Mystery squid 1

joel_ang

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Probably wrong again but Octopoteuthis Danae? Since it has the same "last name" I thought it could be it
 

Steve O'Shea

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Nope again.
You can exclude any genus/species in the following families:
Enoploteuthidae
Onychoteuthidae
Ancistrocheiridae
Octopoteuthidae
Cranchiidae
Gonatidae (these can have a magnificent hook in the tentacle club)
:heee:
 

joel_ang

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:x :x :x :x :x :x :x :x :x :x :x :x :x :x :x :x :x :x :x :x :x
I give up!! I think I'll just wait :)
 

Clem

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Well, crap.

I was going to suggest some freakishly large gonatid as the owner of the hook, such as Gonatopsis makko (the hook looks a lot like a Mako shark's tooth). In fact, the item in question isn't very hook-like at all, being rather more like a spine, so perhaps it's function is to puncture, but not to grasp.

Steve, this isn't a trick-question, is it? The item came from the arm of a squid not known to have hooks...used for something horrible...is this hook evidence of an interspecies riveting?

I'll just sit here quietly until August.

:roll:

Clem
 

Steve O'Shea

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The hooks are found only on the male of the species; there are two of them, one on each dorsal arm. We believe they are used by the male to get 'purchase' on the female, twice his size, as he does his evil business. Indeed, they are more like spines.

Terrible that in this day and age the male of a species is only just being described; someone thought they had done it before .... but, alas, they had not.

Would make for a sensational documentary animatic (part of the plan).

We've just found another species of squid with a really bizarre reproductive technique - am working that one up now. What some of these animals do to each other is quite frightening; I'd sooner be a male preying mantis!
 

Clem

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Steve O'Shea said:
The hooks are found only on the male of the species; there are two of them, one on each dorsal arm. We believe they are used by the male to get 'purchase' on the female, twice his size, as he does his evil business...Would make for a sensational documentary animatic (part of the plan).
Ooohh, a heretofore undescribed male of the species...that's a fine hint.

This cryptic beast's mating would certainly make for a fine bit of CG nature porn. "Squid Gone Wild!"

Tonight, on Discovery After Dark.

:wink:

Clem
 

Fujisawas Sake

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Steve O'Shea said:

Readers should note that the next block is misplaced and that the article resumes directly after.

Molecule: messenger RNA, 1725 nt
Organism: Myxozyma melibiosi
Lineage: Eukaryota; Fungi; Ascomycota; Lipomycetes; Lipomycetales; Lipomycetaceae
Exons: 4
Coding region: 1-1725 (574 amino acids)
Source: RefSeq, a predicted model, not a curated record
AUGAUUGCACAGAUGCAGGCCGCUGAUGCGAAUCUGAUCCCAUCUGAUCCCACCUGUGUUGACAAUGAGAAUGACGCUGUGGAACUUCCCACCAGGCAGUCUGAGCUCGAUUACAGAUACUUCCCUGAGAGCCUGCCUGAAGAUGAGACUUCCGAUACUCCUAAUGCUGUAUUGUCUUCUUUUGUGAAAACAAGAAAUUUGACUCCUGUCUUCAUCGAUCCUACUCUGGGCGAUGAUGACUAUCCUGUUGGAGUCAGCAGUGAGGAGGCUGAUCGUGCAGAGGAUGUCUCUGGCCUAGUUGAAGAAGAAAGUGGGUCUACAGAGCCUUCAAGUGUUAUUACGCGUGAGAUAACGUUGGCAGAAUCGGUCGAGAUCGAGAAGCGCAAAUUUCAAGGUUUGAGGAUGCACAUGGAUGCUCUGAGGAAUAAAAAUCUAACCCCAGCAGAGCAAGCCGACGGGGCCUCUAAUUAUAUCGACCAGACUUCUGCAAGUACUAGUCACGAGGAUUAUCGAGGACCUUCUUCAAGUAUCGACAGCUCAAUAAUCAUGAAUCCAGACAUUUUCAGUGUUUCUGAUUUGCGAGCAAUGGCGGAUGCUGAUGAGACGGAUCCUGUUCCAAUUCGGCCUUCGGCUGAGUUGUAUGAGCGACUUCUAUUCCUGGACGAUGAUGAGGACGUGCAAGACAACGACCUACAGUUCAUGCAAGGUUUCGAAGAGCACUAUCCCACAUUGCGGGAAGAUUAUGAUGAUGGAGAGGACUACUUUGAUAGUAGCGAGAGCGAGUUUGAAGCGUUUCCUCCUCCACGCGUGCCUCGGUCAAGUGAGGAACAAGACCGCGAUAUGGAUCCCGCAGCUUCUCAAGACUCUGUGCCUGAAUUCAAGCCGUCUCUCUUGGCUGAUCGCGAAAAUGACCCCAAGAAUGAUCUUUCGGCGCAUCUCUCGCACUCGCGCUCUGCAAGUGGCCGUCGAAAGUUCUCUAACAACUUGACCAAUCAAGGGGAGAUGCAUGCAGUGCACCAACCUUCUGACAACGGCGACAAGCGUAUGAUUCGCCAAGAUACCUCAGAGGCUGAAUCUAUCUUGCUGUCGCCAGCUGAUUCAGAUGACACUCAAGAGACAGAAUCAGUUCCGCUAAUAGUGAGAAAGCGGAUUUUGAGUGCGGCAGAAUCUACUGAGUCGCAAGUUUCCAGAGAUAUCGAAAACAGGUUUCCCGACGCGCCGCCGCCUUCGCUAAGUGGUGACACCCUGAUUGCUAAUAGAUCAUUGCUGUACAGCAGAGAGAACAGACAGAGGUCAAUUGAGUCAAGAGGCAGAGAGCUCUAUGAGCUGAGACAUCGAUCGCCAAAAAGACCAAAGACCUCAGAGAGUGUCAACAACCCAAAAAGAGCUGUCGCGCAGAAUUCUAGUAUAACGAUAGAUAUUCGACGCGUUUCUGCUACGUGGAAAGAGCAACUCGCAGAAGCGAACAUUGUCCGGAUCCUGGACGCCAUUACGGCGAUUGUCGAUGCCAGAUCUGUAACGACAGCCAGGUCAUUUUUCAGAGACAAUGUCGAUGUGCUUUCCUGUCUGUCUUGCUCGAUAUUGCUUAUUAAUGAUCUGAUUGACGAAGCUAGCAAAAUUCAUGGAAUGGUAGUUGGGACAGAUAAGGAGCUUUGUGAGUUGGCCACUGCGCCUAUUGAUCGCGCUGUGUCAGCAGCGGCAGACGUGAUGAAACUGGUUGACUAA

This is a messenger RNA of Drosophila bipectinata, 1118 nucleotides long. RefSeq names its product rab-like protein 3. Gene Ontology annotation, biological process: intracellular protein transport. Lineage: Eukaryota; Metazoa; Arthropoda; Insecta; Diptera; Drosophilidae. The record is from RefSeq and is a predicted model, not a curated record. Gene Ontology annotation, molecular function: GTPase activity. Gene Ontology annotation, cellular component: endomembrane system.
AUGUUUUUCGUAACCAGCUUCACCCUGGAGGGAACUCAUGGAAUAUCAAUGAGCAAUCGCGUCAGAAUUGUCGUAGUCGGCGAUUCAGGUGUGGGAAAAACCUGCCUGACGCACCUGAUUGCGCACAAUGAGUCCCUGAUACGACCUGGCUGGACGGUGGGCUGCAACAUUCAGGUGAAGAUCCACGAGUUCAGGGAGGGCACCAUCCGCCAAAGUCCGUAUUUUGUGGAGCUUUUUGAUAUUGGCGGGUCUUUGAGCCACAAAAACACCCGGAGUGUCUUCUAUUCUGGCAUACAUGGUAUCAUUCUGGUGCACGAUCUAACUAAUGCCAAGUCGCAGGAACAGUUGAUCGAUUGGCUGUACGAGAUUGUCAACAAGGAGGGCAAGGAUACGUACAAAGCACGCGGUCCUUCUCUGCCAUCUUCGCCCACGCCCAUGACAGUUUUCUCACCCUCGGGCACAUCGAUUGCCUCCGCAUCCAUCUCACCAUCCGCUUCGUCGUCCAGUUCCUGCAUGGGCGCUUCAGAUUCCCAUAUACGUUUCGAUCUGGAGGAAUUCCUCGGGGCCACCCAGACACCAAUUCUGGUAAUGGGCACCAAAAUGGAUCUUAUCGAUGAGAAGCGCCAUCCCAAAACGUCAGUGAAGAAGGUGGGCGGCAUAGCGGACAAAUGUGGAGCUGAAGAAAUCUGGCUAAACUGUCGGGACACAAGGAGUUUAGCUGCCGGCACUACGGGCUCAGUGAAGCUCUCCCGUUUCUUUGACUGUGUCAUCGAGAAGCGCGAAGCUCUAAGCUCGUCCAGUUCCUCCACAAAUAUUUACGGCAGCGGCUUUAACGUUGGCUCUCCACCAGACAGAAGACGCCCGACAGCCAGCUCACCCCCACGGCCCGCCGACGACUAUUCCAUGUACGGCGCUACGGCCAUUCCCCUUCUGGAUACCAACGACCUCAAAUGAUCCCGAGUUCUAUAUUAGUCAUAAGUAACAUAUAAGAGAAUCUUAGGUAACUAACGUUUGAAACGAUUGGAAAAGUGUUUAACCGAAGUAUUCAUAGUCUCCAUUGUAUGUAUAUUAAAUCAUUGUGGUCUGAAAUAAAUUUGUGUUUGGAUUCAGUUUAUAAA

... as he does his evil business.

Would make for a sensational documentary animatic (part of the plan).

We've just found another species of squid with a really bizarre reproductive technique - am working that one up now. What some of these animals do to each other is quite frightening; I'd sooner be a male preying mantis!
Steve,

Several species of spider use dances and movement to get the attention of the ladies. One wrong move, though, and he's lunch. But how's this: some species of anglerfish actually have the male as a much smaller form that attaches itself parasitically to the female. In the end, he becomes an extention the female's external anatomy; a sort of ambulatory penis, if you will.

Oh, I can just imagine what some women are thinking of saying right now... I heard the most evil male-bashing comments from some fellow students during a guest lecture on this subject. :lol: All in fun though. Honestly though, sexual reproduction seems to be risky business no matter what in what phylum you choose. My baby woke me up today by hooking his fingers into my nostrils and pulling. Happy Father's Day, huh?

Schweet deal on the findings! I hope you find even more interesting things!

Sushi and Sake,

John

P.S. Oh, and "evil business"?! Dude..... :mrgreen:
 

Steve O'Shea

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:x
.....I'm afraid it's not in the August issue of JMBA; having reviewed the page proofs and all this is all a little frustrating. I guess all shall be revealed in October!

Pity; the squid is :goofysca: .
 

Gayla

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hope this would solve my problem

I'm going crazy with some squid id's in Hawaii ... they're from tuna guts.
I've been placing a lot of squids in Histioteuthis based on distinctive photophores - oval with a light spot on one side. Then I get a small batch that have hooks ... uh oh. :bonk: The beak has more of a ridge (like Enoploteuthid) than a fin (like Histioteuthis), but they're small so I could be wrong. So body of Histioteuthis and arms and beak of Enoploteuthis? I never found a good picture of photophores of E.higginsi or E.reticulata so I just figured I got a ton of my Histioteuthis id's wrong and had to go dig them all up ... unless you've just found a Histioteuthis with hooks (oh please, oh please)!!
 

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